See also: Aker and åker

EnglishEdit

NounEdit

aker (plural akers)

  1. Obsolete spelling of acre
    • 1858, Jonathan Brown Bright, The Brights of Suffolk[1], Digitized edition, published 2006, page 127:
      … crope of an aker might have been worth=3 p aker ...
    • 1859, New England Historic Genealogical Society, The New England Historical & Genealogical Register[2], Digitized edition, S.G. Drake, published 2009, page 295:
      That all rates that shall arise upon the Towne shall be layed upon Lands accordinge to every ones p'portion aker for aker of howse lotts and aker for aker of meddowe both alike on this side and both alike on the other side …

Derived termsEdit

ReferencesEdit

  • Century Dictionary and Cyclopedia

AnagramsEdit


BasqueEdit

EtymologyEdit

From Proto-Basque *aceŕ, from *ace- (male animal) (compare aketz (boar)).

PronunciationEdit

NounEdit

aker anim

  1. he-goat, billy goat

DeclensionEdit

Related termsEdit


DutchEdit

PronunciationEdit

  • IPA(key): /ˈaː.kər/
  • (file)
  • Hyphenation: a‧ker
  • Rhymes: -aːkər

Etymology 1Edit

From Middle Dutch aker, eker, haker, from Old Dutch *aker, from Latin aquarium.

NounEdit

aker m (plural akers, diminutive akertje n)

  1. (Southern) bucket
    Synonym: emmer
  2. (historical) metal well bucket
    Synonym: putemmer
  3. (dated, Eastern Netherlands) kettle
Related termsEdit

Etymology 2Edit

From Middle Dutch aker, from Old Dutch *akaran, from Proto-Germanic *akraną.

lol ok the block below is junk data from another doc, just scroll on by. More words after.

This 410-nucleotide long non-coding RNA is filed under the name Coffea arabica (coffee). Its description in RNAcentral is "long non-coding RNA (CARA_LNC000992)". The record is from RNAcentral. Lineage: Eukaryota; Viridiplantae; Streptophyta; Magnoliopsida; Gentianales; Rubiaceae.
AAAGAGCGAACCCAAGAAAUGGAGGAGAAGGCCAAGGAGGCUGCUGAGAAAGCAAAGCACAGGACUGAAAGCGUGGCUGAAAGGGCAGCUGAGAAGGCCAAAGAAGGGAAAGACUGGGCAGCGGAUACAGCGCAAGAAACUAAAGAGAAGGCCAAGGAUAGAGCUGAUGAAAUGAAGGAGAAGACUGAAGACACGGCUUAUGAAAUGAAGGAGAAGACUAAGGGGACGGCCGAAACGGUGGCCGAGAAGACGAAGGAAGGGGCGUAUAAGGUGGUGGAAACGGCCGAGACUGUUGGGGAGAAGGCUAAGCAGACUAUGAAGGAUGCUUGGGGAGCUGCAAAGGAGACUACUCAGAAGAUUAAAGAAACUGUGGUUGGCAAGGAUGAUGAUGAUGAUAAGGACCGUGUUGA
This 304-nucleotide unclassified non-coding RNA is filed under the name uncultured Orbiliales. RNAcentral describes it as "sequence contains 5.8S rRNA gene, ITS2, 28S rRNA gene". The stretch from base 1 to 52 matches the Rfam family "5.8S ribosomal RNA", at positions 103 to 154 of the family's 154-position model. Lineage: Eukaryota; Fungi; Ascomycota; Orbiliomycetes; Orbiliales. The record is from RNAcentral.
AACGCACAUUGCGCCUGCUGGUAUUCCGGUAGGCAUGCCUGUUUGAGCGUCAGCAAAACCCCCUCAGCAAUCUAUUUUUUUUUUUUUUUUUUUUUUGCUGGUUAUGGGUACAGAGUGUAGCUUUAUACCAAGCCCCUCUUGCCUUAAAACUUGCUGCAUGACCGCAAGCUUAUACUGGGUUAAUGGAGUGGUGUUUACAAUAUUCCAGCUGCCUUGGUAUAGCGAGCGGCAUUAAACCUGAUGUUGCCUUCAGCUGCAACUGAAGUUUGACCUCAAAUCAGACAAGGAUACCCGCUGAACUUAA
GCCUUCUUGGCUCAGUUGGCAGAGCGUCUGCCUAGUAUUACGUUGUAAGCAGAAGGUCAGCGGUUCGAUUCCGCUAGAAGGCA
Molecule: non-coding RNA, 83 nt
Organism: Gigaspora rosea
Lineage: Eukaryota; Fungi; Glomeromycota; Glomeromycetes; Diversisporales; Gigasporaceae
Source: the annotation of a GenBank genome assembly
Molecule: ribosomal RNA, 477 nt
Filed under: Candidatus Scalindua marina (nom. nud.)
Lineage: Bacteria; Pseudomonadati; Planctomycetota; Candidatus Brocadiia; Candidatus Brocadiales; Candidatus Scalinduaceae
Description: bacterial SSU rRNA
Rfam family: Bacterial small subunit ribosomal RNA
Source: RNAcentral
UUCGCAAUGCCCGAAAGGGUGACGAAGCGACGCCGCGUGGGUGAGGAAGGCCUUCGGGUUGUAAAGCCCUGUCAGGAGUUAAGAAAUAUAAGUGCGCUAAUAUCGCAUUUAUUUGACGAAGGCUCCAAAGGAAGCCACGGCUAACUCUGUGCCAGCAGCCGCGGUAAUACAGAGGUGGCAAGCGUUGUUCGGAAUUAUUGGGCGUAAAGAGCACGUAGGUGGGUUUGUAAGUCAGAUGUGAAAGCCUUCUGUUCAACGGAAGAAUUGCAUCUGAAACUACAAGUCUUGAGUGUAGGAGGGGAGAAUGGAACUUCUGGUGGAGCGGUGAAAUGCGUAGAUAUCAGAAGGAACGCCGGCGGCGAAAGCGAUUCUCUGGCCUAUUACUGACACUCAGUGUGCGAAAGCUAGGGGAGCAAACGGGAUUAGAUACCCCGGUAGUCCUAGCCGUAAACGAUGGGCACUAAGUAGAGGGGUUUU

NounEdit

aker m (plural akers, diminutive akertje n)

  1. (archaic) acorn
SynonymsEdit

Etymology 3Edit

NounEdit

aker m (plural akers, diminutive akertje n)

  1. (obsolete) acre

KabyleEdit

EtymologyEdit

(This etymology is missing or incomplete. Please add to it, or discuss it at the Etymology scriptorium.)

VerbEdit

aker (intensive aorist yettaker, aorist yaker, preterite yuker, negative preterite yukir, verbal noun tukerḍa)

  1. to steal
    Ur ukireɣ ara yiwet n tɣawsa!
    I didn't steal a single thing!

Derived termsEdit


Middle EnglishEdit

Alternative formsEdit

EtymologyEdit

From Old English æcer, from Proto-West Germanic *ak(k)r, from Proto-Germanic *akraz, from Proto-Indo-European *h₂éǵros.

PronunciationEdit

  • IPA(key): /ˈaːkər/, /ˈakər/

NounEdit

aker (plural akers)

  1. field (piece of arable land)
  2. acre (land measure of 160 rods square (though actually varying in size, both regionally and in time), usually described as 40 rods/1 furlong long and 4 rods wide.)

DescendantsEdit

  • English: acre
    • Norwegian Bokmål: acre
  • Scots: acre, aker, acker
  • Yola: aager

ReferencesEdit


Old SwedishEdit

Alternative formsEdit

EtymologyEdit

From Old Norse akr, from Proto-Germanic *akraz.

NounEdit

aker m

  1. field, cultivated land

DeclensionEdit

DescendantsEdit


Serbo-CroatianEdit

NounEdit

aker m (Cyrillic spelling акер)

  1. acre

VilamovianEdit

NounEdit

aker m

  1. field (wide, open space used to grow crops)